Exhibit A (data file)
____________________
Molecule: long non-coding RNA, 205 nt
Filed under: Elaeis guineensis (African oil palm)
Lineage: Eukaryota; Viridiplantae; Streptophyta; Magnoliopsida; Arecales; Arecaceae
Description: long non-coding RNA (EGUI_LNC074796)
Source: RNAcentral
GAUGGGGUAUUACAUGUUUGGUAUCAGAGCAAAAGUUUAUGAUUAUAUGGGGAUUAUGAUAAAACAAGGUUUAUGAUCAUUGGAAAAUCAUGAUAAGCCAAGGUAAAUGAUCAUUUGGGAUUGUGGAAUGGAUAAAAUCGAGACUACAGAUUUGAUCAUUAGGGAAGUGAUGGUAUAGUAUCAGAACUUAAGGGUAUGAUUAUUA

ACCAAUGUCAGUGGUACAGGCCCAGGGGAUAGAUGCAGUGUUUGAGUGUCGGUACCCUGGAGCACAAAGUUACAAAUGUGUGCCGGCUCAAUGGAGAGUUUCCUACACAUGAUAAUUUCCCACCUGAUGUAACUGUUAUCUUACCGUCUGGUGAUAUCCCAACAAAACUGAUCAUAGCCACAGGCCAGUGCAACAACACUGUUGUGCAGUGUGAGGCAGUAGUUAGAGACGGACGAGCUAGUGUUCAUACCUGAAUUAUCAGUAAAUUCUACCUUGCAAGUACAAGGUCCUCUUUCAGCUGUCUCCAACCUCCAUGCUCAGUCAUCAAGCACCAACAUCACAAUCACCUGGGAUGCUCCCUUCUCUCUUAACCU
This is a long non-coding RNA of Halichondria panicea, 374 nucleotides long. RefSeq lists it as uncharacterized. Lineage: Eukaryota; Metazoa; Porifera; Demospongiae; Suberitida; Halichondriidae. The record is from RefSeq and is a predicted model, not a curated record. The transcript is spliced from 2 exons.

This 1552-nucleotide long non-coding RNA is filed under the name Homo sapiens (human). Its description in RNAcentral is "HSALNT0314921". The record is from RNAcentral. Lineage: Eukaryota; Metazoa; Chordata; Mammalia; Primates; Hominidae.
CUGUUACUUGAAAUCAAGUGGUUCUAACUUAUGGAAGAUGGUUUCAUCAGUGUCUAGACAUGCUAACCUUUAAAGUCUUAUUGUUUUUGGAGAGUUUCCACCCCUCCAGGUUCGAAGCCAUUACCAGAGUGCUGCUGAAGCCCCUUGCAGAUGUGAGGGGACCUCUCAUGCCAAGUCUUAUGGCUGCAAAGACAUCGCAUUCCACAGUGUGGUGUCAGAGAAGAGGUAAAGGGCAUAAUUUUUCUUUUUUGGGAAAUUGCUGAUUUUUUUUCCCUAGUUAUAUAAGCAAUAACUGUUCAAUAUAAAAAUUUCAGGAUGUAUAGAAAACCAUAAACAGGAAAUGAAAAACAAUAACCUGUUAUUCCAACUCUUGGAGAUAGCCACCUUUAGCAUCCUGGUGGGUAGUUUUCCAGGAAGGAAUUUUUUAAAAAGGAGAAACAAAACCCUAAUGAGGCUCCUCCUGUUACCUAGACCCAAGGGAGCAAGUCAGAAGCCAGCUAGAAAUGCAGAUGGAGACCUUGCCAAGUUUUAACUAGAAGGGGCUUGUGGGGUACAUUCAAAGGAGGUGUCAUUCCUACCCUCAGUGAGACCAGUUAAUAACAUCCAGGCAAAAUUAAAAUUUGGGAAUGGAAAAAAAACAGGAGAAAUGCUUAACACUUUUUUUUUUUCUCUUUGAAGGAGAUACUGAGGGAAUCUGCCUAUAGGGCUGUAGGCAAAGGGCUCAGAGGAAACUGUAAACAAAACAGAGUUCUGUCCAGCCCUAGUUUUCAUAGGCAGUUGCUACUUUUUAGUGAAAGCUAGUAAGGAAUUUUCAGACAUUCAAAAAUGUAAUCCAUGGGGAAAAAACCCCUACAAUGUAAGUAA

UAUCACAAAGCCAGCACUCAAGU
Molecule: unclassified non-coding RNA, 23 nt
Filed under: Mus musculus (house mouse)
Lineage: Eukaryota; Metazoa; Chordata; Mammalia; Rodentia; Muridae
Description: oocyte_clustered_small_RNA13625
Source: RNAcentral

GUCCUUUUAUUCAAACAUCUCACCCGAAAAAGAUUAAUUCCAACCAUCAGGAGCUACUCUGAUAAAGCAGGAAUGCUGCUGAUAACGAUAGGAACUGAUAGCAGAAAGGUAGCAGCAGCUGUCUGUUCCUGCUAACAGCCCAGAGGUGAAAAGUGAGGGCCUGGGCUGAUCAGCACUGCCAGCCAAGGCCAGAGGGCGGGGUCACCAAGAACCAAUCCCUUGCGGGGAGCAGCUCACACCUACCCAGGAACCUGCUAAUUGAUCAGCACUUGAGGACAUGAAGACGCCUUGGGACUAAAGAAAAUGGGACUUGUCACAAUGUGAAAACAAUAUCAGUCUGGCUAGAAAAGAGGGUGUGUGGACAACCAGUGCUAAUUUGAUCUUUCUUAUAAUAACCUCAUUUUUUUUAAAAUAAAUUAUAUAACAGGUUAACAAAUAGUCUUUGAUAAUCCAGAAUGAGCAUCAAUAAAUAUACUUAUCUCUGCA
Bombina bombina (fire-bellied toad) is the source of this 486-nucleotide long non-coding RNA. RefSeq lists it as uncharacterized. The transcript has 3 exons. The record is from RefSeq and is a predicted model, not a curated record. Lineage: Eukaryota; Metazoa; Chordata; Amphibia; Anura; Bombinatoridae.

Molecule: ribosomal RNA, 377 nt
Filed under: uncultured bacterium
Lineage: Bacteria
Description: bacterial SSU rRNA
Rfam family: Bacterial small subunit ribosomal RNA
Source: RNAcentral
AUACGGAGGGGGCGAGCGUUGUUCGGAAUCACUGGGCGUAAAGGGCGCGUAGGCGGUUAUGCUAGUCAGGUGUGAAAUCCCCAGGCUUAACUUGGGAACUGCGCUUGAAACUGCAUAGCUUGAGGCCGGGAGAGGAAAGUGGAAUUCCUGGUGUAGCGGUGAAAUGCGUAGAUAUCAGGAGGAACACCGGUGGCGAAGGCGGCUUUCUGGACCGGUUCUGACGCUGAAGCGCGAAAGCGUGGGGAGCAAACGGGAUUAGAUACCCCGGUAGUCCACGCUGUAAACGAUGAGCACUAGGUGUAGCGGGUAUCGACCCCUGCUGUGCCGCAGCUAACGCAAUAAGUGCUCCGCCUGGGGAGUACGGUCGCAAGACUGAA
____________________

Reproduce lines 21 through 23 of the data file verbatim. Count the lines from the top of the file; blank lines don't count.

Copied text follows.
Lineage: Bacteria
Description: bacterial SSU rRNA
Rfam family: Bacterial small subunit ribosomal RNA